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My GCSE Project: protecting candle holder from rust

Q. I am currently in the process of researching different materials and designs for a candle holder in my GCSE project. I have chosen to use mild steel because it is quite easy to cut and shape, and is fairly cheap.
I am making 3 final models - one to stand on the floor, one to sit on a table and one to hang on a wall. I want my designs to look good and not rust, as it would be used in someone's house, so how will I get it not to rust?
Another question I need to ask you is how could I join different metals together so that it would be strong and wouldn't affect the appearance of my design?

Jordan B.
Student - Congleton, Cheshire, England

A. Hi, there are several ways you could make it not rust, there is Chrome, Nickel, Silver, tin, all will took nice if done correctly, as for joining the metals that isn't my field but I would imagine you could braise them together. Hope his helps.

Shaun Moore
- Kent, UK

A. Jordan, if you're going to use mild steel indoors, you may be able to get away with a clear coat of organic compound- a varnish or shellac, etc. If those don't seem like they will stand up to the punishment you expect your designs to receive, then paint (primer plus topcoat) may be the best process. The next step in cost and protection is electroplating.

Take a look at common metal chairs, lamps, etc- you'll likely notice that they're silvery colored. That comes from electroplating. Chromium over nickel is common, less so is nickel by itself. There's probably a very good reason that folks who sell lots of chairs and lamps use electroplating, rather than something cheaper.

Regarding joining, mild steel welds relatively easily. You'll likely need to grind the weld bead to make it attractive, but that depends on your welder's skill and what you consider aesthetic.

Good luck!

lee gearhart
Lee Gearhart
metallurgist - E. Aurora, New York

A. Jordan, you are embarking on a massive project and I wish you well. Once you have fabricated the articles, you will need to clean them up and coat them. Mild steel is not the simplest of things to electroplate, as you need to get the steel surface correctly prepared. This is really a professional's job and taking into account the size of your parts, I very much doubt your school will have the facilities to do it. However, assuming you can get the facilities, the world is your oyster as far as finishes are concerned. Once you have a good coating on the mild steel, you can put down almost anything that will impart a metallic colour; you can use gold, silver, copper, brass, nickel, lead etc etc. All of these will give you a wonderful finish, but the practicalities of getting them are going to be against you. You may be lucky and have a commercial electroplating company in your area; you may be even luckier and have one who is prepared to help you do a one-off job free of charge, especially if you tell them it is for your GCSE course and that you are fantastically keen on learning all about electroplating and how to use it. Saying all this, there are other ways around it.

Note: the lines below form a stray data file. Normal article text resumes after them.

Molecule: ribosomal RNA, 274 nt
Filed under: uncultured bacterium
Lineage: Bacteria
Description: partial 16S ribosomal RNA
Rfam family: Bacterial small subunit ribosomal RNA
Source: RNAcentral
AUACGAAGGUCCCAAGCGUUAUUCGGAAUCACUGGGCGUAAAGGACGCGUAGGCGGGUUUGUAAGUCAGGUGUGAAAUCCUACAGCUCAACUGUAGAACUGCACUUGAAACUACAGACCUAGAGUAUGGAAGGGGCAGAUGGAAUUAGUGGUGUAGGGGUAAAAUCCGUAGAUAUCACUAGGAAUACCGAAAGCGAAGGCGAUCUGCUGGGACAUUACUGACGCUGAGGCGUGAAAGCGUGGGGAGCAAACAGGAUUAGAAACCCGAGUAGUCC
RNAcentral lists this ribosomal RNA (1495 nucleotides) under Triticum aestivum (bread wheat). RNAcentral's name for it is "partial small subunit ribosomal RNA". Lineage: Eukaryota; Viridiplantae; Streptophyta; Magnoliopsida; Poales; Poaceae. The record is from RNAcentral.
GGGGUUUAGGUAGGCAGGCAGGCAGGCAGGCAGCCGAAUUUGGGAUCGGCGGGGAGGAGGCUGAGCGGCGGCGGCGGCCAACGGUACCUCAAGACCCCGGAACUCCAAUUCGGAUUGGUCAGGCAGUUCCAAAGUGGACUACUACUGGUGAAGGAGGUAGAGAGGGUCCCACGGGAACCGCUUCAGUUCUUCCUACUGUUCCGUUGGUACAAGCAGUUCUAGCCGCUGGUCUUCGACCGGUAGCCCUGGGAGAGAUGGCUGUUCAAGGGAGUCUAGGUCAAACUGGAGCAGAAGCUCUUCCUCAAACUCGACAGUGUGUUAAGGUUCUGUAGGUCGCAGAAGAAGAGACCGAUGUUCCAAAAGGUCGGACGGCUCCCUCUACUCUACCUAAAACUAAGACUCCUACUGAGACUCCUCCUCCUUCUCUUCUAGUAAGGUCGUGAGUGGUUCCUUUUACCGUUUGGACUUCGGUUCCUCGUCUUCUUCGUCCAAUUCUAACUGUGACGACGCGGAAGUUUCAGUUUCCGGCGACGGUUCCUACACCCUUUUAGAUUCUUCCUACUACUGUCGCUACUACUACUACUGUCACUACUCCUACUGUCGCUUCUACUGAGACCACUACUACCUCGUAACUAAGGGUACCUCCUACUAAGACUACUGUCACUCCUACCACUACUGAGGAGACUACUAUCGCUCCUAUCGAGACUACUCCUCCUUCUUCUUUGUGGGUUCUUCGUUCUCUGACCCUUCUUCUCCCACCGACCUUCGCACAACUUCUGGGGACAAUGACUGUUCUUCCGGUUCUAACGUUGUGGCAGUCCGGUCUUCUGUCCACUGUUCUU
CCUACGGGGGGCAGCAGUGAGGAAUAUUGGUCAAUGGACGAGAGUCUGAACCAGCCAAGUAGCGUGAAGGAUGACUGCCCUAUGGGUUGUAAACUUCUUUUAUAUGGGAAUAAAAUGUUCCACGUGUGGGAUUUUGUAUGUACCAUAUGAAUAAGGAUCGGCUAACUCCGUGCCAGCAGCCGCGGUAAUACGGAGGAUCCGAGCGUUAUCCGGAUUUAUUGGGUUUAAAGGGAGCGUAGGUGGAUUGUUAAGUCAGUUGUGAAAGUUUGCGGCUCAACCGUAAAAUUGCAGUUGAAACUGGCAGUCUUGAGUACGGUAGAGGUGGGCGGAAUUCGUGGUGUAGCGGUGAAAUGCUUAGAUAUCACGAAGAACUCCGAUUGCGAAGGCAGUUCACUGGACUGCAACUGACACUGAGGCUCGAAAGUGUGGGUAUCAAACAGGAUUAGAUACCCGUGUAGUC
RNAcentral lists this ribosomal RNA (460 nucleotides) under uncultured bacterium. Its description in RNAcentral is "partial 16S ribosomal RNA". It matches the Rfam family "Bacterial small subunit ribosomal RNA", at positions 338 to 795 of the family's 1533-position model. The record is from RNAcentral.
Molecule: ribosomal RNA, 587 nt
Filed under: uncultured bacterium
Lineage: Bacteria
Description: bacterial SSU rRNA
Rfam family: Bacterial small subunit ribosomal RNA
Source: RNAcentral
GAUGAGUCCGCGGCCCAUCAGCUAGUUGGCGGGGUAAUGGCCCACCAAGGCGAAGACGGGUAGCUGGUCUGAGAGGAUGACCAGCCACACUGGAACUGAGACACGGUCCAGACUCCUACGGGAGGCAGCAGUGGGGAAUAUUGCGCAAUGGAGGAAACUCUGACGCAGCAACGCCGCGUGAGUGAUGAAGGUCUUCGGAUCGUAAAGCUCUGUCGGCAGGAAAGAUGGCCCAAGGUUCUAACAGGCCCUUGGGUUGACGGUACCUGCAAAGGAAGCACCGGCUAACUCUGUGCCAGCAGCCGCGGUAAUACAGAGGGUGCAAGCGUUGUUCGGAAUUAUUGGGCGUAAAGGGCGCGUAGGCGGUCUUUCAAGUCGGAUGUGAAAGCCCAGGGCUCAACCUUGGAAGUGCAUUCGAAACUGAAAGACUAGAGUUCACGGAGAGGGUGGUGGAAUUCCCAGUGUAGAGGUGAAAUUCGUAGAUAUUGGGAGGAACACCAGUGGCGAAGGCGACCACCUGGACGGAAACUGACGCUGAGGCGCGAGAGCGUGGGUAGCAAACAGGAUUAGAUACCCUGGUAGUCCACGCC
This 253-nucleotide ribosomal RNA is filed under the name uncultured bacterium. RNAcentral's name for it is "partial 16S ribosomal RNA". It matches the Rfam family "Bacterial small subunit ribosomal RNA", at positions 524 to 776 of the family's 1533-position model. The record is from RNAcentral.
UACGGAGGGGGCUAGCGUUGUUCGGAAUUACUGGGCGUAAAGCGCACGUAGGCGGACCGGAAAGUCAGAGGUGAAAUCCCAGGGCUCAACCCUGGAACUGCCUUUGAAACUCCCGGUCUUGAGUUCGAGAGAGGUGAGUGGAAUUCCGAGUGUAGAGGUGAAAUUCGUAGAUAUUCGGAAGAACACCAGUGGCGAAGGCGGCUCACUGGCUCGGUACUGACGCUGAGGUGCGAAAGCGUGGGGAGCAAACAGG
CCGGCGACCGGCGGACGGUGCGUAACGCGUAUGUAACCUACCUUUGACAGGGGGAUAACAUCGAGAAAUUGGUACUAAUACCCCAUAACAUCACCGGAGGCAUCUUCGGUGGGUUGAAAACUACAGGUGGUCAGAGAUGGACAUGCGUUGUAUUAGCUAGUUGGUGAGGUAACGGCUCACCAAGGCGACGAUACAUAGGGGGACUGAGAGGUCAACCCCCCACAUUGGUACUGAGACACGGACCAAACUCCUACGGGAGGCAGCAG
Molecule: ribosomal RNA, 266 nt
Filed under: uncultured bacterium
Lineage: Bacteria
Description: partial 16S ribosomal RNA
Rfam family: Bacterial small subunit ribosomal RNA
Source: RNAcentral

You can use paint to give you almost any colour you want. Alternatively you can use lacquers that are specially designed to look like gold or copper or brass, etc.
If you want to be novel, you could try "bluing" the mild steel by careful heat treatment and then put on a clear lacquer to protect it. You can get either a uniform (ish!) colour or a progressive one from very pale and almost nonexistent to one that is very deep blue and almost black.

Your first problem will be joining your metal parts together. The most common way of doing mild steel is to weld it, but I wonder if your school would let you loose with a welding torch - perhaps you should check on this first! An alternative joining method is to braze the parts together. This is a lower temperature and safer joining process and your school will be more likely to let you do that as opposed to welding. Once you have joined the metal parts together, you will have to clean up the joints. You will also have to remove all surplus metal and metal oxides from the joint; this can be very time consuming but it is well worth doing as good job as you can because any defects on the metal base will be reflected in the final surface coating. In my opinion, the surface preparation for subsequent coating is THE MOST IMPORTANT single step in getting a good final surface. Good luck.

trevor crichton
Trevor Crichton
R&D practical scientist
Chesham, Bucks, UK

A. If you need a coat of Zinc Plating put on your project, I can do this free of charge as it's a job I have done for the last 23 years or so and I am all for young people doing this sort of stuff. Tesco shopping trolleys are covered in zinc (so you know what it looks like).
If you need me to do it for you, let me know.

Jim Haymes
- Ashford Kent England
August 5, 2008

Hi, Jim. That's a kind offer, but this forum serves both as a way for people to chat and as a durable technical resource. That means that some of the threads were posted today, and others were posted years ago. Jordan's inquiry was from 2005.


Ted Mooney,
Ted Mooney, P.E.
Striving to live Aloha - Pine Beach, New Jersey
August 6, 2008

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